There might be other games that further utilize webcams for multiplayer, but that's the only one that popped into my mind. The problem is that for both Xbox and PS3, the webcam accessories are separate purchases (whereas headsets for audio chat usually come packed in with the console), so game developers can't always count on their userbase owning one. This discourages them from spending time and resources on features that incorporate their use, unless the game itself was built around the hardware (i.e. kinect or playstation move games).

    Quote Originally Posted by BethMac View Post
    Can the web cam in someone elses house come on without them accepting the invite? I know it can't with skype.
    I'm pretty sure that can't happen, but I'll admit I've never actually used the video chat feature on either console.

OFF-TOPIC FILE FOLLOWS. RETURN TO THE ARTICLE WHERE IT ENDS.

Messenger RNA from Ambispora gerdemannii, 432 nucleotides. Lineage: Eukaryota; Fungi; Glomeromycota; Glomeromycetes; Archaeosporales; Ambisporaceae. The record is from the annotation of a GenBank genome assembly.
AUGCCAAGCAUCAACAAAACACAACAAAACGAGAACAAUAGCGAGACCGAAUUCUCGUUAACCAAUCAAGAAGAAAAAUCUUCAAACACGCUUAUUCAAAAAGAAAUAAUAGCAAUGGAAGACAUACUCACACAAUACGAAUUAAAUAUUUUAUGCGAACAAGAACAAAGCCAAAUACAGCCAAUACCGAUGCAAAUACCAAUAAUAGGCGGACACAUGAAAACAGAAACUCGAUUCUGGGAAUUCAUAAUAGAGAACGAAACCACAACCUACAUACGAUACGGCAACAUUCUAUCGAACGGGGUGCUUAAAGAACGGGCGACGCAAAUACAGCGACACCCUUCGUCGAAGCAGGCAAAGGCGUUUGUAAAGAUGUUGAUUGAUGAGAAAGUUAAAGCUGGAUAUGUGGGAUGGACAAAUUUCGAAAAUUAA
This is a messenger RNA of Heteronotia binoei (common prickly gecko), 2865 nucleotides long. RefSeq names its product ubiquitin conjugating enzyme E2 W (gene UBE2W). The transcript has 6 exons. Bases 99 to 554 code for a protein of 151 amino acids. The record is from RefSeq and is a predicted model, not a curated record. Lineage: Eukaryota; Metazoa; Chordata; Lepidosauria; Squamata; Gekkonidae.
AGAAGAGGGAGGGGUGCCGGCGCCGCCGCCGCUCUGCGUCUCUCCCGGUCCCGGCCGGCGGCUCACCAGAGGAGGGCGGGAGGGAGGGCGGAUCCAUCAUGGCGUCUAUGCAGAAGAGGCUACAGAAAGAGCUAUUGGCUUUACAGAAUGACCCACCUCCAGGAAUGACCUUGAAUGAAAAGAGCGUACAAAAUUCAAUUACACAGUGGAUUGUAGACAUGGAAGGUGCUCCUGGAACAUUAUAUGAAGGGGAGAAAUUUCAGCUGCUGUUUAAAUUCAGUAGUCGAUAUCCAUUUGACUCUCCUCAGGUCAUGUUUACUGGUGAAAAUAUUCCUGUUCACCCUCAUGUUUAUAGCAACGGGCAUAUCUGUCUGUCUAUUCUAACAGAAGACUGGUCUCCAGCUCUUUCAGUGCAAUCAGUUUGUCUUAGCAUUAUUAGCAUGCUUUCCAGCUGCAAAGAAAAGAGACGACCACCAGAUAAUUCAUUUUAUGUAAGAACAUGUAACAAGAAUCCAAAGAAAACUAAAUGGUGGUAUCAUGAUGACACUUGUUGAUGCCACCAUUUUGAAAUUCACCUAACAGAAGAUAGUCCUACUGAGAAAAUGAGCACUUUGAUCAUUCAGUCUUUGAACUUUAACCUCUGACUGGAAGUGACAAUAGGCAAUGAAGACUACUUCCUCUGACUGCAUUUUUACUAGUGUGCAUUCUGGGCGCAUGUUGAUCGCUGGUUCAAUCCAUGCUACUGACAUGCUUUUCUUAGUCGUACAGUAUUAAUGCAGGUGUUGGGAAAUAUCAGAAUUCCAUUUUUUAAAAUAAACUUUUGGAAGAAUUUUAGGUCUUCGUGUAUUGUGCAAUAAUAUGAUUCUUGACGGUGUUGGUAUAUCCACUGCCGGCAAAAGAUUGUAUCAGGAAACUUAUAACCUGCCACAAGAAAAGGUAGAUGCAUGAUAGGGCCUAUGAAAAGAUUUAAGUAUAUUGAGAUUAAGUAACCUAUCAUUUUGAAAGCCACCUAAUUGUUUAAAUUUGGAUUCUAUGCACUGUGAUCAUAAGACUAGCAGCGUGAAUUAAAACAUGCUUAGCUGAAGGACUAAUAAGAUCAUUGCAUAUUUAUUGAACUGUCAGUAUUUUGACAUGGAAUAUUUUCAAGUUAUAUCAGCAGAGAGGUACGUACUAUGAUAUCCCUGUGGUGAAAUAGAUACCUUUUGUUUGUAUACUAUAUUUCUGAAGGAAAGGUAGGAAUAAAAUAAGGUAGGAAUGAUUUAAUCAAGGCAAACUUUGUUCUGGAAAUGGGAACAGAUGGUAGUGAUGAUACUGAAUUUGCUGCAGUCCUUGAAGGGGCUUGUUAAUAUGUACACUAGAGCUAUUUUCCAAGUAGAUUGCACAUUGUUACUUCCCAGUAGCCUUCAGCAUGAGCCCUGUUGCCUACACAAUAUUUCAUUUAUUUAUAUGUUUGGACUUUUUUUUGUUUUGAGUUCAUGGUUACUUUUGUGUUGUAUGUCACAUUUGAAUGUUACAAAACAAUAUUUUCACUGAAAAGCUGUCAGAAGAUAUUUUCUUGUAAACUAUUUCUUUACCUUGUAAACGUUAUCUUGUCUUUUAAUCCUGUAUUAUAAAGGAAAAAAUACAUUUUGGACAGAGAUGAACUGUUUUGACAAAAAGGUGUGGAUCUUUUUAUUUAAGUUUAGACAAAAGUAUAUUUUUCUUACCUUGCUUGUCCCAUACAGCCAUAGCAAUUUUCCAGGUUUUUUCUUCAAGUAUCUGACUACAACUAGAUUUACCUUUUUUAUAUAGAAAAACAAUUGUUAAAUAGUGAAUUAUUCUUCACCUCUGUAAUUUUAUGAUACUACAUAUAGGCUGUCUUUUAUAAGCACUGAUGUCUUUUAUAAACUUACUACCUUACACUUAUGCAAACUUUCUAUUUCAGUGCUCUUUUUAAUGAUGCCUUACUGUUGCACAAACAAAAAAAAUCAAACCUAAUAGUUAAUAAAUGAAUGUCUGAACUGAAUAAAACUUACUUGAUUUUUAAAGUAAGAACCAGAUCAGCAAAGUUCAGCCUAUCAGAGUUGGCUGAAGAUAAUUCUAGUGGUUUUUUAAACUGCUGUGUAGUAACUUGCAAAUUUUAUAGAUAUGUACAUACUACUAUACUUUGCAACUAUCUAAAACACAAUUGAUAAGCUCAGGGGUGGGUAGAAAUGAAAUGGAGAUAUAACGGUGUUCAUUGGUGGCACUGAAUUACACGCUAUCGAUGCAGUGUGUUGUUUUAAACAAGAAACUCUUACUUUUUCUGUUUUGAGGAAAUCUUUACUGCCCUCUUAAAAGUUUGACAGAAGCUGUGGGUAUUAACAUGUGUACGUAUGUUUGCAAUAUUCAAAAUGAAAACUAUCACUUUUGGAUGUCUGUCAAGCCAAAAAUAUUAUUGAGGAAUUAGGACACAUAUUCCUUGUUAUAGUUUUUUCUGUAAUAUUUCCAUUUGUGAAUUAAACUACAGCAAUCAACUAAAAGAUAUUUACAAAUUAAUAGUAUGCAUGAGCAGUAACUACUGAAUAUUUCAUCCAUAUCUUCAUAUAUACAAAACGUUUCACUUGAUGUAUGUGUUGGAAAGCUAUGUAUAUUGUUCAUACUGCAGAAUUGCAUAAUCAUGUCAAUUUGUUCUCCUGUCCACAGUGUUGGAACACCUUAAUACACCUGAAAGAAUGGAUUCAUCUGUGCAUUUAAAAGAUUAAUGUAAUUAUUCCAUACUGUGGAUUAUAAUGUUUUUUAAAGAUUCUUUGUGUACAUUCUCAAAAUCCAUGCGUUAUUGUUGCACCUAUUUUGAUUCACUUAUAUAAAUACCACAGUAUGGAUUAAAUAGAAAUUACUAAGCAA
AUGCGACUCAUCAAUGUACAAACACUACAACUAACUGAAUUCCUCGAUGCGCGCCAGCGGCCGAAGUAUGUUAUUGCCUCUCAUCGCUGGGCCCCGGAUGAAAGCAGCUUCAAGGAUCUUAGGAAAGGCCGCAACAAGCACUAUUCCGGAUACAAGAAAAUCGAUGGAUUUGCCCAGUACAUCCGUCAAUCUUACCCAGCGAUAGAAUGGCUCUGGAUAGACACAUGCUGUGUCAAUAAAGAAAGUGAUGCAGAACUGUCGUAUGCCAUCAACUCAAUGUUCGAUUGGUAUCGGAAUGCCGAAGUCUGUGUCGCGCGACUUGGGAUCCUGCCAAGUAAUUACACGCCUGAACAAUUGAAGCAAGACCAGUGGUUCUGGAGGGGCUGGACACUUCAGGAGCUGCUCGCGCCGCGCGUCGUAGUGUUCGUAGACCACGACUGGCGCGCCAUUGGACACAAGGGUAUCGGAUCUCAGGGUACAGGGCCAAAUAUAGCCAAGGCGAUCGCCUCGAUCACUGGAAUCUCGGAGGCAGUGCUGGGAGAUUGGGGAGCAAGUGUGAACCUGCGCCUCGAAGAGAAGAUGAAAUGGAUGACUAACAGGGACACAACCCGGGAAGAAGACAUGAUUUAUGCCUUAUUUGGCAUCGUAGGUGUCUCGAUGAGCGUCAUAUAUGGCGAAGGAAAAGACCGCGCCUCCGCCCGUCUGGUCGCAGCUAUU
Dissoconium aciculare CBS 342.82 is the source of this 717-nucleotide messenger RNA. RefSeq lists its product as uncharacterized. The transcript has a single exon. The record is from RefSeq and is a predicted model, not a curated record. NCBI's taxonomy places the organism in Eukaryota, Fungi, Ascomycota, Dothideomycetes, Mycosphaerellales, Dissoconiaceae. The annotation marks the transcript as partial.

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  11. #11
    Saying the Serenity Prayer BethMac's Avatar
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    Interesting Alden...might be able to use that in a story.
    Ever Near Book 1 Secret Affinity Series

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    Read excerpt here

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  12. #12
    Playing the waiting game MsLaylaCakes's Avatar
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    Quote Originally Posted by BethMac View Post
    So he could open a video chat screen and wait for his friend and then they could talk and decide what game to play? Can the web cam in someone elses house come on without them accepting the invite? I know it can't with skype.
    I don't think you can see someone else's video feed without them accepting your invite. It takes a few consciously made steps for the invite to be sent and/or for them to accept it.